12 September 2011
There are many reasons to love this fine city of Canberra, but the No. 1 reason from my standpoint is its social connectedness. Canberra is a place to enjoy the simple pleasures of sharing time with friends and neighbours, working together in clubs, groups and associations and strengthening the social ties that bind us together. All of this, what academics have called social capital, is the idea that the ties that bind us together have an inherent value. When it was first introduced it was a bit controversial, much as the idea of human capital, that the skills that people have could have an economic value.
Member for Ginninderra, Dr Chris Bourke MLA, and I yesterday launched a local campaign to help our constituents find their lost super.
According to a national survey, people living in the Belconnen suburbs covered by the 2615 postcode such as Charnwood, Holt and Spence are owed more than $45 million so the campaign will concentrate on those areas.
Dr Bourke and I will hold a series of mobile offices in local shopping centres to show constituents just how easy it is to find their lost superannuation accounts and combine them into one.
If you need help finding your lost superannuation, please contact my office on 6247 4396 or come and speak to us at a mobile office.
There are some parts of being a Federal MP that are incredibly rewarding. One of those is the ability to recognise local volunteers for their hard work out in the community. Today, Kate Lundy, Gai Brodtmann and I announced with Volunteering ACT the opening of nominations for the ACT’s National Volunteer Awards. The National Volunteer Awards are a part of the 10th anniversary of the International Year of Volunteers activities. If you’re familiar with my work before entering the Australian Parliament, you’ll know that volunteering is something that I’m very passionate about.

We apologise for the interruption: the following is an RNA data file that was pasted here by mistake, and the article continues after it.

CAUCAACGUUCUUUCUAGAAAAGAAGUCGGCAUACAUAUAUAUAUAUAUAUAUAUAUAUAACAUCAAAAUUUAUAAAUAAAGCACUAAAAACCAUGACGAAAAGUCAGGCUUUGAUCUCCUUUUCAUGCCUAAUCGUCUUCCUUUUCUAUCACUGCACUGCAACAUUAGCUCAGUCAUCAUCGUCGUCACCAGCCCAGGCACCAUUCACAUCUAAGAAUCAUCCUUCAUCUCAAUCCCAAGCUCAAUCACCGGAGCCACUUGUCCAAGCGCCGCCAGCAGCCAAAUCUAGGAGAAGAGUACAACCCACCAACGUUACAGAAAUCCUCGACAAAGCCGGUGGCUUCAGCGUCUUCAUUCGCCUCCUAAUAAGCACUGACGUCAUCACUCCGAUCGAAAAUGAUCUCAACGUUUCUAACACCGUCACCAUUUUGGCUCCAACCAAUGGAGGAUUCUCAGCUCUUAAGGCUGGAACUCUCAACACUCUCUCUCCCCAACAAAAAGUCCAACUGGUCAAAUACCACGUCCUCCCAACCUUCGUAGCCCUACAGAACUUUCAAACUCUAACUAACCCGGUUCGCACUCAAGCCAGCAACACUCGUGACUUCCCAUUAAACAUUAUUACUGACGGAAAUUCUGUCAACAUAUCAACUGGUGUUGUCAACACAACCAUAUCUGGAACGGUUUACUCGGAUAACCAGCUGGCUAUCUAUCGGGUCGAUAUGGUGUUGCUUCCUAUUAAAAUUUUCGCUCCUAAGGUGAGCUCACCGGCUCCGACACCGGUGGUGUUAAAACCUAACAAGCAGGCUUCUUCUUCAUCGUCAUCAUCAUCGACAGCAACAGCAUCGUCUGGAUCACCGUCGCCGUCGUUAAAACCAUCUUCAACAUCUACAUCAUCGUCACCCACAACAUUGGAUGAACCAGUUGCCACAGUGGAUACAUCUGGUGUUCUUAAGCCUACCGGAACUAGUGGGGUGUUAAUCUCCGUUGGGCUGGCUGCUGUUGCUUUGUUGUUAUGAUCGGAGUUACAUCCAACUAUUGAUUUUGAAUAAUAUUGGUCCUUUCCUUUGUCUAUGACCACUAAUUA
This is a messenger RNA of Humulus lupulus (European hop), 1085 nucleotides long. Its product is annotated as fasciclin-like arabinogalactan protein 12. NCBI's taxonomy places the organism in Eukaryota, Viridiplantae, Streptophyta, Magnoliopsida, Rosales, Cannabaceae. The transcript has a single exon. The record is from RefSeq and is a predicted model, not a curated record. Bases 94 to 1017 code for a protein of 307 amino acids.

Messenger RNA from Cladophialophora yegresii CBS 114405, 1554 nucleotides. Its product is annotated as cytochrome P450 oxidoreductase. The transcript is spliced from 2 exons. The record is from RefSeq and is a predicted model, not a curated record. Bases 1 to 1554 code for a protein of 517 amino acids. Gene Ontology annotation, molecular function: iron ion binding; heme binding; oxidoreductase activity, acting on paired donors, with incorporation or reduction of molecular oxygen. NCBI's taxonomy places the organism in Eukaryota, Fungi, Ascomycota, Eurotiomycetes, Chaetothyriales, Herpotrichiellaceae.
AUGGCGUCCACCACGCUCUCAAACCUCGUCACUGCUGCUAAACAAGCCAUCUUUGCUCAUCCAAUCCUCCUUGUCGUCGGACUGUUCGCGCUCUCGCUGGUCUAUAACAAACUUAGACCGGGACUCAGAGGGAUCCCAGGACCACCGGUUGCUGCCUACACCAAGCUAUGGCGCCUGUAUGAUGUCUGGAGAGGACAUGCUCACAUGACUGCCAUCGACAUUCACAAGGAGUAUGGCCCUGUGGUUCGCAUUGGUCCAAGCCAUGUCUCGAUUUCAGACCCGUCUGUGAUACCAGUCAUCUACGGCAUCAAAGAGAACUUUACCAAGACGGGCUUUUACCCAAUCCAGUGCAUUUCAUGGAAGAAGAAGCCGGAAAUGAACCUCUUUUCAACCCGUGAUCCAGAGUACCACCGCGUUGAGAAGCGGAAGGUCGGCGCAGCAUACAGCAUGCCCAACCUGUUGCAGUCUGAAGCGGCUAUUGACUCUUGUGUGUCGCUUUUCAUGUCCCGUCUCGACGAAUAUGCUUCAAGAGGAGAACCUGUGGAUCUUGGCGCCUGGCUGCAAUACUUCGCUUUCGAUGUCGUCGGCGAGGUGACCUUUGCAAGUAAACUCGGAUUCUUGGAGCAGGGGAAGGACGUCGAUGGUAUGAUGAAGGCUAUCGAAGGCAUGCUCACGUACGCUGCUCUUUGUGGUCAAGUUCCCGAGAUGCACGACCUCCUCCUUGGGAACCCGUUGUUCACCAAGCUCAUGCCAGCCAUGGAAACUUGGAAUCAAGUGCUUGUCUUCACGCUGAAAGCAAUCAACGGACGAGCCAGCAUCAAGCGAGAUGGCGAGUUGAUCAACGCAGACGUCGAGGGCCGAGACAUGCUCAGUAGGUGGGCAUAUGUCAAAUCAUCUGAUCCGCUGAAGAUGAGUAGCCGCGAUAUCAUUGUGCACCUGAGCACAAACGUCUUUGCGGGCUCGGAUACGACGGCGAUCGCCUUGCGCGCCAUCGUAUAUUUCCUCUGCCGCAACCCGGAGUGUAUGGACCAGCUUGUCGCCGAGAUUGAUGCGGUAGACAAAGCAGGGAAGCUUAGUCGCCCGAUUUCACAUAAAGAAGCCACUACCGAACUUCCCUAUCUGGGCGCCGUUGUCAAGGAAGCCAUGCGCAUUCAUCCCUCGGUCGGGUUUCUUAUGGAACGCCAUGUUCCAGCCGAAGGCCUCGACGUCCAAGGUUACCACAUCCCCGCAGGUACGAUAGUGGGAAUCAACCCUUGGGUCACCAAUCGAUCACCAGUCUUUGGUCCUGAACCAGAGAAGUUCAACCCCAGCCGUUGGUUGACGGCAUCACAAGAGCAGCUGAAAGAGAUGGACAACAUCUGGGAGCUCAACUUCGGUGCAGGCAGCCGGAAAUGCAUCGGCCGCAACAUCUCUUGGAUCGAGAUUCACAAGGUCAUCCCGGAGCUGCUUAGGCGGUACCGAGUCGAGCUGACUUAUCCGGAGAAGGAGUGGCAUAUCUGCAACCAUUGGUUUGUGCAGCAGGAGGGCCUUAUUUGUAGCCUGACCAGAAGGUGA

If you know a local volunteer individual or group I encourage you to go to the Volunteering ACT website from tomorrow to put in a nomination. Details on award categories and how to nominate are in the media release below.
My AFR column today is on the myth that WorkChoices was good for productivity. I conclude with a few ideas about what we might do to raise productivity.
End Work Choices Myth, Australian Financial Review, 6 September 2011
In Monty Python’s The Life of Brian, a man is accidentally mistaken for the messiah. Despite all facts to the contrary, he is unable to persuade his devoted followers that he is not divine.
And so it is with WorkChoices. Over recent months, a steady drumbeat has been sounding through the Coalition and more extreme elements of the business community, claiming that a return to the industrial relations system that existed from 2006 to 2009 would boost productivity in Australia.